Whether you hang some extraordinary artwork, commission a stunning mural, or use faux grass material, your focal walls will leave lasting impressions on those who engage with the space and will certainly capture their imaginations. Ideally, the multifamily community’s strategic planning and placement of interior finishes will, in the end, contribute to positive leasing outcomes and tenant retention.
Look for multifamily interior designs incorporating neutral, natural colors, like light woods and shades of grays, browns, and toupes, contrasted by metals. According to industry analysts, bronze, in particular, has made a significant comeback.
Multifamily Interior Design in a Post-Pandemic World
Multifamily designers are rethinking kitchens, bedrooms, and common areas now that COVID-19 has changed how we live. From fundamental upheavals to our daily routines and work arrangements to a new emphasis on health, wellness, and interior environments, multifamily architects and designers have been forced to reimagine interior multifamily design. That has resulted in these types of interior designs that are flexible, clean, and responsive to new ways of living. One such reimagination looks to incorporate various spaces, interior, and exterior, allowing residents to engage, both with nature and each other, while remaining at a distance that is comfortable and safe.
Another way architects and designers in the multifamily industry are reimagining the way residents live in a post-pandemic world involves the contemplation of flexible multi-family interiors to make working and learning from home easier. Kitchens are also being revamped to accommodate changes in how residents eat.
Although they were important before the pandemic, balconies, terraces, porches, and yards are more important to residents now than ever before because they allow residents to choose the level of engagement they are most comfortable with.
This type of Interior Design Must Consider the Possibility of Being Housebound
The pandemic prompted a huge experiment in the work-from-home lifestyle. For many Americans, that shift has become permanent. As a result, interior design for multifamily has responded by creatively incorporating work surfaces into residential units, even while footprints continue to remain the same size.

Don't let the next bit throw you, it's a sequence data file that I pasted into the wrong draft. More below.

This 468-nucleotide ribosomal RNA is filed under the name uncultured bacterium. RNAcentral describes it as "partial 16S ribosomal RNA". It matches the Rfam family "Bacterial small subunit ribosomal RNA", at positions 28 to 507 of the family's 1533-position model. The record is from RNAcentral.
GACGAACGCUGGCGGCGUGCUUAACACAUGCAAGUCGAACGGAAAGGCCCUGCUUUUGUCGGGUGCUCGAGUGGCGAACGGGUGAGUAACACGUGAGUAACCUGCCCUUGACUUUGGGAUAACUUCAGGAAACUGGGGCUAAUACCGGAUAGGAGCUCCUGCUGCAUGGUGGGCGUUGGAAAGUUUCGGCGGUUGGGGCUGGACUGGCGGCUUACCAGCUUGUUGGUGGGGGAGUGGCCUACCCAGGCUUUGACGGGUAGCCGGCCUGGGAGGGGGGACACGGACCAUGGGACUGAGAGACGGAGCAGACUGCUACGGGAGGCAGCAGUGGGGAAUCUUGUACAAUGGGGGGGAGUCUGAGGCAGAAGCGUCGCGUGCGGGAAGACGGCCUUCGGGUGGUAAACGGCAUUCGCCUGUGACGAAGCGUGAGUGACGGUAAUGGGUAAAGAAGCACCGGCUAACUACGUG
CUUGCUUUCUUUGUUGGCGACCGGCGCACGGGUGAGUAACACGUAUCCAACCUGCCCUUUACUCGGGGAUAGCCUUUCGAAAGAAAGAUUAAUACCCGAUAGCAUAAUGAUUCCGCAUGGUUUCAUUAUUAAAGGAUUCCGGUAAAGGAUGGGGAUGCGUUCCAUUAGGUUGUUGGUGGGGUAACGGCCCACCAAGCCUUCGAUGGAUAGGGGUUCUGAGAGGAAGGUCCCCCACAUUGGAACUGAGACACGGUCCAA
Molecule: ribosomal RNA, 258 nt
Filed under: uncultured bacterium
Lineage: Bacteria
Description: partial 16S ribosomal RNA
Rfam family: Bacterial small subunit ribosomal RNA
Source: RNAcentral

One option for designers and architects has been to create workspaces by downsizing walk-in closets. Units with master suites isolated from other areas make for great workspaces with additional privacy. Some designers have incorporated flip-down desks near windows. In response to work-from-home needs, a key consideration in this interior design is natural light and acoustics.
Residents are “Eating In” More and More
Kitchens in multifamily units are also seeing significant changes, thanks to the popularity of cooking and the need for additional food storage ushered in by the pandemic. A decrease in restaurant spending and an increase in grocery shopping and cooking from home have placed an increased emphasis on food storage and a demand for additional kitchen space. Experts say that it has certainly had an impact on this multifamily design.
For example, units that would have typically allocated an average of 30 to 36 inches for refrigerators are now dedicating more cubic footage to refrigeration, particularly within the luxury sector. Thankfully, refrigerators and freezers are available in various sizes and shapes, lending themselves to more flexible and multifamily interior design solutions, like under-counter beverage centers.
These days, Americans are also cooking more than ever, driving the demand for more sophisticated appliances and smart home technologies in the multifamily sector.
Multifamily Interior Design Takeaways
According to industry leaders, most of the multifamily design trends outlined in this article are expected to stick around for the foreseeable future. They say this is mostly because they are either a direct or indirect response to what many people call a “new normal” as we enter the next chapter of a COVID-19 world.
As mentioned above, following these interior design trends will help multi-family contractors, architects, designers, and project stakeholders find new ways to improve leasing outcomes and maintain strong retention rates.
One key suggestion that most industry leaders agree upon is the need to ensure that every design trend implemented will stand the test of time and is not just a response to fads.